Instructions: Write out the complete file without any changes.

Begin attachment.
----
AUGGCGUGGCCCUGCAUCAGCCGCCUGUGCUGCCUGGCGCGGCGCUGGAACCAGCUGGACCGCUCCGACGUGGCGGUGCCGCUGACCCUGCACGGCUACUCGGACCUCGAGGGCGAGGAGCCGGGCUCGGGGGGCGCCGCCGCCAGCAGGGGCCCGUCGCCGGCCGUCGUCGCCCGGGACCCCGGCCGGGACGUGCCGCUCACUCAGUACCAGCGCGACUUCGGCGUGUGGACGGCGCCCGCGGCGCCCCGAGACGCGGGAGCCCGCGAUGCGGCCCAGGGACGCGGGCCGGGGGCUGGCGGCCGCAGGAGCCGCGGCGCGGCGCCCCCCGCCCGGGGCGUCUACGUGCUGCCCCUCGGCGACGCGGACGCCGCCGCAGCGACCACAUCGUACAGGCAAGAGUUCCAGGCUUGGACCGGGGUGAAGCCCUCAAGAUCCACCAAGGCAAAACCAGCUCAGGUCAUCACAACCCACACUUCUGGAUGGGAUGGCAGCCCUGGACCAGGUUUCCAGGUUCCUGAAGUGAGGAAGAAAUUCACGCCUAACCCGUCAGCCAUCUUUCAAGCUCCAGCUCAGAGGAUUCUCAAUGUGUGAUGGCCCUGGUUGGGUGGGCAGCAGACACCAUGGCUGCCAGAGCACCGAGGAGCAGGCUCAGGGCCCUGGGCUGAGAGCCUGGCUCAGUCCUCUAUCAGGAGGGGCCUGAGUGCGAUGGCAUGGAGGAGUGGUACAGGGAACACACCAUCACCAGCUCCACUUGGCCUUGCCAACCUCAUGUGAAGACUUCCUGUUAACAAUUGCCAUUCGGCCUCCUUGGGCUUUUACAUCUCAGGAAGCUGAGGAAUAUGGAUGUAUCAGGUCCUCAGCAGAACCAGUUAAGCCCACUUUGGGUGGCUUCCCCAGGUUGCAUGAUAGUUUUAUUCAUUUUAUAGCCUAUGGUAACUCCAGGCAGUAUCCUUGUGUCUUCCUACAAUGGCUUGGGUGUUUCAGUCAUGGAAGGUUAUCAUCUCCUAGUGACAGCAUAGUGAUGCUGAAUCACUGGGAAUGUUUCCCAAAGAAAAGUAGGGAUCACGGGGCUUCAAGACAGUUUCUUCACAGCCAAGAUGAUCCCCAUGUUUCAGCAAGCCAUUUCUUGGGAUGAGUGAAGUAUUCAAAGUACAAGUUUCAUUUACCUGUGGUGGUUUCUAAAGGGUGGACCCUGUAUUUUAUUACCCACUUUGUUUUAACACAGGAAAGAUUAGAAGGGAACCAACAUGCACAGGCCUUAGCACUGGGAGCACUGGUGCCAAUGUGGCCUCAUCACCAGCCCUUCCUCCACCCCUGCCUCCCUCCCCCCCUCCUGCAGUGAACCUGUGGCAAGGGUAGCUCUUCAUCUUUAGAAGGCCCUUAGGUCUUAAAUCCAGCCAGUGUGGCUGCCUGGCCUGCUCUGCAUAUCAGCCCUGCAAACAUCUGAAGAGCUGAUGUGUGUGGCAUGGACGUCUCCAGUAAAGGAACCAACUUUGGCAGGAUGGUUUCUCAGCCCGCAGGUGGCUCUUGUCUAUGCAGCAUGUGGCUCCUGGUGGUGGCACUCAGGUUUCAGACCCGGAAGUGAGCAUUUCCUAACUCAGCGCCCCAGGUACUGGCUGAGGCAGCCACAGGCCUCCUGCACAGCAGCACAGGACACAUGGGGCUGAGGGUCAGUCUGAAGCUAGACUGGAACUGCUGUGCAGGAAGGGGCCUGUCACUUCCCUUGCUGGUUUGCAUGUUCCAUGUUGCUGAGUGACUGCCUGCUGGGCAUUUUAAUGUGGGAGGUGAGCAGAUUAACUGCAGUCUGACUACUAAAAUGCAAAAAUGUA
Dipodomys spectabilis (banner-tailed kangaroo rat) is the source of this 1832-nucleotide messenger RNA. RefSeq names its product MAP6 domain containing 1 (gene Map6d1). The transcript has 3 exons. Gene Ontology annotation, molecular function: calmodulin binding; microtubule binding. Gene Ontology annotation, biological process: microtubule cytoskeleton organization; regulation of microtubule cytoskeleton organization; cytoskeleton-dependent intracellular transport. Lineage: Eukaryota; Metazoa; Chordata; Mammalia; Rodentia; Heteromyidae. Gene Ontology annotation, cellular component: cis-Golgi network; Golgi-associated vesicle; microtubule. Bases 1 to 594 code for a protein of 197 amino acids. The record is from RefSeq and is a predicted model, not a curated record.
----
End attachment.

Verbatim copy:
AUGGCGUGGCCCUGCAUCAGCCGCCUGUGCUGCCUGGCGCGGCGCUGGAACCAGCUGGACCGCUCCGACGUGGCGGUGCCGCUGACCCUGCACGGCUACUCGGACCUCGAGGGCGAGGAGCCGGGCUCGGGGGGCGCCGCCGCCAGCAGGGGCCCGUCGCCGGCCGUCGUCGCCCGGGACCCCGGCCGGGACGUGCCGCUCACUCAGUACCAGCGCGACUUCGGCGUGUGGACGGCGCCCGCGGCGCCCCGAGACGCGGGAGCCCGCGAUGCGGCCCAGGGACGCGGGCCGGGGGCUGGCGGCCGCAGGAGCCGCGGCGCGGCGCCCCCCGCCCGGGGCGUCUACGUGCUGCCCCUCGGCGACGCGGACGCCGCCGCAGCGACCACAUCGUACAGGCAAGAGUUCCAGGCUUGGACCGGGGUGAAGCCCUCAAGAUCCACCAAGGCAAAACCAGCUCAGGUCAUCACAACCCACACUUCUGGAUGGGAUGGCAGCCCUGGACCAGGUUUCCAGGUUCCUGAAGUGAGGAAGAAAUUCACGCCUAACCCGUCAGCCAUCUUUCAAGCUCCAGCUCAGAGGAUUCUCAAUGUGUGAUGGCCCUGGUUGGGUGGGCAGCAGACACCAUGGCUGCCAGAGCACCGAGGAGCAGGCUCAGGGCCCUGGGCUGAGAGCCUGGCUCAGUCCUCUAUCAGGAGGGGCCUGAGUGCGAUGGCAUGGAGGAGUGGUACAGGGAACACACCAUCACCAGCUCCACUUGGCCUUGCCAACCUCAUGUGAAGACUUCCUGUUAACAAUUGCCAUUCGGCCUCCUUGGGCUUUUACAUCUCAGGAAGCUGAGGAAUAUGGAUGUAUCAGGUCCUCAGCAGAACCAGUUAAGCCCACUUUGGGUGGCUUCCCCAGGUUGCAUGAUAGUUUUAUUCAUUUUAUAGCCUAUGGUAACUCCAGGCAGUAUCCUUGUGUCUUCCUACAAUGGCUUGGGUGUUUCAGUCAUGGAAGGUUAUCAUCUCCUAGUGACAGCAUAGUGAUGCUGAAUCACUGGGAAUGUUUCCCAAAGAAAAGUAGGGAUCACGGGGCUUCAAGACAGUUUCUUCACAGCCAAGAUGAUCCCCAUGUUUCAGCAAGCCAUUUCUUGGGAUGAGUGAAGUAUUCAAAGUACAAGUUUCAUUUACCUGUGGUGGUUUCUAAAGGGUGGACCCUGUAUUUUAUUACCCACUUUGUUUUAACACAGGAAAGAUUAGAAGGGAACCAACAUGCACAGGCCUUAGCACUGGGAGCACUGGUGCCAAUGUGGCCUCAUCACCAGCCCUUCCUCCACCCCUGCCUCCCUCCCCCCCUCCUGCAGUGAACCUGUGGCAAGGGUAGCUCUUCAUCUUUAGAAGGCCCUUAGGUCUUAAAUCCAGCCAGUGUGGCUGCCUGGCCUGCUCUGCAUAUCAGCCCUGCAAACAUCUGAAGAGCUGAUGUGUGUGGCAUGGACGUCUCCAGUAAAGGAACCAACUUUGGCAGGAUGGUUUCUCAGCCCGCAGGUGGCUCUUGUCUAUGCAGCAUGUGGCUCCUGGUGGUGGCACUCAGGUUUCAGACCCGGAAGUGAGCAUUUCCUAACUCAGCGCCCCAGGUACUGGCUGAGGCAGCCACAGGCCUCCUGCACAGCAGCACAGGACACAUGGGGCUGAGGGUCAGUCUGAAGCUAGACUGGAACUGCUGUGCAGGAAGGGGCCUGUCACUUCCCUUGCUGGUUUGCAUGUUCCAUGUUGCUGAGUGACUGCCUGCUGGGCAUUUUAAUGUGGGAGGUGAGCAGAUUAACUGCAGUCUGACUACUAAAAUGCAAAAAUGUA
Dipodomys spectabilis (banner-tailed kangaroo rat) is the source of this 1832-nucleotide messenger RNA. RefSeq names its product MAP6 domain containing 1 (gene Map6d1). The transcript has 3 exons. Gene Ontology annotation, molecular function: calmodulin binding; microtubule binding. Gene Ontology annotation, biological process: microtubule cytoskeleton organization; regulation of microtubule cytoskeleton organization; cytoskeleton-dependent intracellular transport. Lineage: Eukaryota; Metazoa; Chordata; Mammalia; Rodentia; Heteromyidae. Gene Ontology annotation, cellular component: cis-Golgi network; Golgi-associated vesicle; microtubule. Bases 1 to 594 code for a protein of 197 amino acids. The record is from RefSeq and is a predicted model, not a curated record.